Hafta Letters: On Citizenship Amendment Bill, death penalty, and more
NL Dhulai

Hafta Letters: On Citizenship Amendment Bill, death penalty, and more

NL subscribers get back with bouquets and brickbats!

By NL Team

Published on :

Hello Hafta team,

Please refer to me by my first name, Aroun.

I’ve been a subscriber for a little over seven months now. Listening to a new episode every Sunday morning while cooking chicken for the week is something I relish.

Last week I was hoping to hear everyone put their thoughts forward on the CAB but unfortunately, CAB wasn’t discussed much on the podcast. Hopefully this week it would be.

At the time of writing this, as far as I know, the entire Northeast is under shut down. What is going on in our country? Why don’t we hold the government accountable for anything? Why are we losing empathy for our fellow people?

Probably because whatever is happening hasn’t affected us in any way yet. The sad part is I don’t see an end in sight to all this madness. The government has got a hold over every institution. They can bring in whatever bills they want. The opposition doesn’t exist. How do we emerge out of this?




Hi NL team,

I am a subscriber, to save Parikshit the trouble of checking. Although I guess he will check anyway.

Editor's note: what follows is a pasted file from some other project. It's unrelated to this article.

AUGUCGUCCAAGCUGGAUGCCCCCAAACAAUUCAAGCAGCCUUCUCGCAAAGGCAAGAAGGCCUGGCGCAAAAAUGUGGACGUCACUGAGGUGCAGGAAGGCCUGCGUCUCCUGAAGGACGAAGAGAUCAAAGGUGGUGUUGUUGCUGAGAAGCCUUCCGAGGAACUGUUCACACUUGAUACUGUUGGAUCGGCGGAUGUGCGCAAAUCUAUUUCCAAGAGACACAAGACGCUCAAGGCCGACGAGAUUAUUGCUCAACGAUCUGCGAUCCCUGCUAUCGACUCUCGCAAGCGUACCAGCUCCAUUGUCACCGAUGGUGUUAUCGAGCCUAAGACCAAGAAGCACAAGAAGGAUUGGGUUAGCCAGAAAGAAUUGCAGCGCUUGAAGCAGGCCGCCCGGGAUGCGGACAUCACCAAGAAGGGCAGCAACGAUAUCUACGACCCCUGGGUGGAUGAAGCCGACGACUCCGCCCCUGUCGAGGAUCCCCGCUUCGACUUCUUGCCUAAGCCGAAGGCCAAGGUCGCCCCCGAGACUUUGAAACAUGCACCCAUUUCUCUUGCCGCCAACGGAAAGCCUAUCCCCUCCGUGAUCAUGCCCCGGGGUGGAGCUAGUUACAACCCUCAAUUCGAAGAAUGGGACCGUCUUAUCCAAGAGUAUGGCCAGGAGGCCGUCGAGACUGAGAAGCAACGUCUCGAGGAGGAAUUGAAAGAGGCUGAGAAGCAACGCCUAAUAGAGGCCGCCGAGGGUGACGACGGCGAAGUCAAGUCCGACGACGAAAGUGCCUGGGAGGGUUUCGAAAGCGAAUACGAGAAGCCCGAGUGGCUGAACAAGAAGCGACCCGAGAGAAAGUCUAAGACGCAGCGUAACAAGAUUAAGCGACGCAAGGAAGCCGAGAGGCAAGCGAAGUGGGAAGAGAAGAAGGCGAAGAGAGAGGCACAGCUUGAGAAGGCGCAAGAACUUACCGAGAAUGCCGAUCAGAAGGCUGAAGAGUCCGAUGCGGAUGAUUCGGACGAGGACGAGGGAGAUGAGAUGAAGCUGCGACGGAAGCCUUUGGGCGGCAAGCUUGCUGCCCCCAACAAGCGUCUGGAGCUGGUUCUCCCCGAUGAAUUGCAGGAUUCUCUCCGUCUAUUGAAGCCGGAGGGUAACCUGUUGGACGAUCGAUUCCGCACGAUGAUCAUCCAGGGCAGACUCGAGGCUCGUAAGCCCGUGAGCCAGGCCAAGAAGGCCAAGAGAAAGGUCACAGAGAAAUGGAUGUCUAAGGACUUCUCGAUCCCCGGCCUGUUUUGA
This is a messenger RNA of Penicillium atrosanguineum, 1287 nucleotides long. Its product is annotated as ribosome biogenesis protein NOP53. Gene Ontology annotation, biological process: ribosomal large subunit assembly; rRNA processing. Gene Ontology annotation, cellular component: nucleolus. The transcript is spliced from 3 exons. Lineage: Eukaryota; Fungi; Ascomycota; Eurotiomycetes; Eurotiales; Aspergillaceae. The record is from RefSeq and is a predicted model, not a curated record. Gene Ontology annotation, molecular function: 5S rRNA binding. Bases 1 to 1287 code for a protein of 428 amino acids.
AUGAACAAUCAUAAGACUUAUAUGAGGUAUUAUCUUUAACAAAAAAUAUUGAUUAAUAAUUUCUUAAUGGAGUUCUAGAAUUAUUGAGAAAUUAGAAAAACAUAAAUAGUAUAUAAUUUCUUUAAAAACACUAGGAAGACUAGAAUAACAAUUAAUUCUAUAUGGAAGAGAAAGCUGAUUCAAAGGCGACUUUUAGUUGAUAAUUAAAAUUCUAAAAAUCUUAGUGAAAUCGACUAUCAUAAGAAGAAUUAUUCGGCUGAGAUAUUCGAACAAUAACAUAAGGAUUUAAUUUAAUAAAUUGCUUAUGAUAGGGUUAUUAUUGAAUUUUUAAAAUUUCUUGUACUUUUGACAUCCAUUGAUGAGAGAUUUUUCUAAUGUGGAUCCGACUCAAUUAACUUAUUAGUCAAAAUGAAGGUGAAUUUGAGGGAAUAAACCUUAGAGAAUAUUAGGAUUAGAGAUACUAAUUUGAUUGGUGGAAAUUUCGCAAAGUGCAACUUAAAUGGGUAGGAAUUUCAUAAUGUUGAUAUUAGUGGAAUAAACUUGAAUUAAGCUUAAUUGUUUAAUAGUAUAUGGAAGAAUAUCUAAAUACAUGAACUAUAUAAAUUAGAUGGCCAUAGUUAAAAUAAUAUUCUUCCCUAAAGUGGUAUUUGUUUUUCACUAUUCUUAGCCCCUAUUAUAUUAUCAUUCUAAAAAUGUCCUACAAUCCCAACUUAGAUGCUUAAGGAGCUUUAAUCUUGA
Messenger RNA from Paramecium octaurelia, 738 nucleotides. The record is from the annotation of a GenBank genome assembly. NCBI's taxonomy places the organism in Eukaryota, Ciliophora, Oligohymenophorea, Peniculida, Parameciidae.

I wanted to discuss the demand for death penalty by the public. I think the punishment for a crime has three aspects, 1. justice to victims must be done, 2. reforming the criminal, 3. deterrent to other potential criminals. The death penalty ensures that 1. and 3. are satisfied but ignores reformation completely. The high demand for death penalty seems to indicate that we as a society see punishment only as a way of evening the score and as a deterrent. Reformation is not a concept that is on our radar.

People demand the death penalty for criminals who rape and then murder. The righteousness of this demand is driven by the need for justice, the logic being that a person who commits murder must also die. But is this justice? Or is this ‘eye for an eye logic’ masquerading as justice? Or is an eye for an eye equivalent to justice in cases of murder? Are we ignoring the negative externality (if any) on the society when we decide to let the state kill another human being? Ours is not a civil society, crime and violence are rampant across our country, this is something that I understand completely. Does that mean extreme punishments are the right way in helping us become more human? If not, then what is the right way? This is not a rhetorical question, I would genuinely like to know if there were other countries which had the same inhumanity as India does and how did they manage to change their society. If you guys can discuss this issue on the Hafta it would be great. Please provide historical events and concrete examples, along with the usual rants (Hi Abhinandan :D).

Lastly, Manisha is most often cut mid-sentence relative to other panellists and so I request Manisha to please, please start using the phrase ‘let me finish’. I understand that I have no right to dictate how anyone speaks, but there have been several occasions where I thought she was onto an interesting observation and then she gets cut off and then the point is never made. This inevitably leads to me exclaiming ‘arrey baat toh puri kar behen‘. So please behen, always complete your thought because even though you may think that it wasn’t very important there are many like me who think it was.

Keep up the great work.